You see many short links on Twitter, but have you ever wondered whether they lead to a safe website? The short links could lead directly to some harmful Trojan/malware for all you know.
These websites will allow you to find the true URL the short links redirect to making your decision easier as to whether you should open them or not.
It is not mandatory, but as a means of safety precaution to enter your short link into a website like the ones mentioned below to avoid phising, malware, and viruses (if any) present in the short-links.
LongURL is an online website that allows users to uncover the actual website where the short link is leading to; you never know where the short links are leading until you open them and try the links out.
Currently, LongURL supports the following short-linking services – tinyurl.com, is.gd, ping.fm, ur1.ca, bit.ly, snipurl.com, tweetburner.com, and more.
To find where the short link is redirecting, just enter the short-link into the space provided on the website and click on the “Expand” button to expand the short-link into the large link, which shows exactly to which website the URL is linking.
If you want to use a super simplistic website in discovering the origins of the short-link, I would suggest trying Where Does This Link Go out.
The website has an amazingly simplistic user-interface making the whole process easy, not to mention fast.
Just paste the short-link into the provided URL text-box and the site will automatically display to you the link where the short-link redirects. If the link is shady, then do not visit it. If the website is just as you had expected, feel free to visit it.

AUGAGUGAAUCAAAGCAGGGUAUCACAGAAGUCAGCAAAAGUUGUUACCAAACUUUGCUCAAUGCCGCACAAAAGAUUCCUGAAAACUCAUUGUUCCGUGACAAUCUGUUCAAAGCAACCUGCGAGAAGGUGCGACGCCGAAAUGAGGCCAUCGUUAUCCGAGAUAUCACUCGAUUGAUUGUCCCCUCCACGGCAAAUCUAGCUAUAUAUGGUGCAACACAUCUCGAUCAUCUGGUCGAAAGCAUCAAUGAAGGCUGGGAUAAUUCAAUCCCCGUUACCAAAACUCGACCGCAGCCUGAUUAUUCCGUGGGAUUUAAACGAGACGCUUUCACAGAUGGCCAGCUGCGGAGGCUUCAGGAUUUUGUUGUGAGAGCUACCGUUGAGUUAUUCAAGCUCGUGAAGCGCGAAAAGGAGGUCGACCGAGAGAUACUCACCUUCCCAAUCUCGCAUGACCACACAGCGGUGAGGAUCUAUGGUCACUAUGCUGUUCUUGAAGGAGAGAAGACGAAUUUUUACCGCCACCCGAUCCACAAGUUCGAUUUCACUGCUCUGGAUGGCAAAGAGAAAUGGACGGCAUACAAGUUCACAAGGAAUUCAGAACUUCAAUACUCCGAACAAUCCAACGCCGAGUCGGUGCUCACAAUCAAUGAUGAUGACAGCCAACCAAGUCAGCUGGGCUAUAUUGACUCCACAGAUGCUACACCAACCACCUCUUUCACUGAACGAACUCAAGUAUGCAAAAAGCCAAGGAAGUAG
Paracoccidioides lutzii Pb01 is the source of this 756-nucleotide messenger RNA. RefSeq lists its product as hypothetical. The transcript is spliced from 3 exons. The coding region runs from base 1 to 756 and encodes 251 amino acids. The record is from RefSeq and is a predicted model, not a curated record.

As the name of the website suggests, URL X-Ray is an online website and tool that allows users to expand short links into full fledge links ensuring there is no trickery involved and that the link leads to exactly where it is supposed to lead.
At times, viruses, malware and phishing scams are disguised in the form of short-link and the moment the user opens them up they are infected by the “viruses, malwares and phishing scam bots”.
Just paste the short-link URL into the URL text box and click the button that reads “X-ray” to X-ray the short link and find the true destination of the short-link. If the link is leading where it is supposed to, you can go ahead and visit it.
LinkPeelr is an online website where users can paste their short links into and find the true destination of the short-link. If the short-link proves to be leading to a trust worthy location, just click the “Follow” button to follow the link.
You will need to press the “Peel” button after pasting the short link into the URL box to find the actual URL of the short link.
Be a safe Internet browser and if you encounter a short link on your Twitter account in your mentions or even on your Twitter streamline or anywhere just be sure to check if the URL is safe or not.
Just paste the URL into the URL text-box and click on the “Verify” box to expand the URL and verify if the URL is safe or not.
If the URL proves to be safe, you can visit it freely, if the URL is not safe and redirects to some shady website, then it would be advisable not to visit the website as it may be a phishing scam, or malware.
Urlex is an online website and tool that allows users to expand short links that may be made by any link-shortening website – ow.ly or Twitter itself, which shortens URLs as you paste link into the Twitter post and publish.
Urlex allows users to paste in multiple shortened URLS and expand them in one-go allowing users to find the destinations of multiple links in one go.
There you have it folks. These are some six websites that we suggest you visit the next time you think about opening up a short link you received over Twitter (the place where you are bound to see the most). You never know if the link is directing to a virus, or the actual site – so just make sure.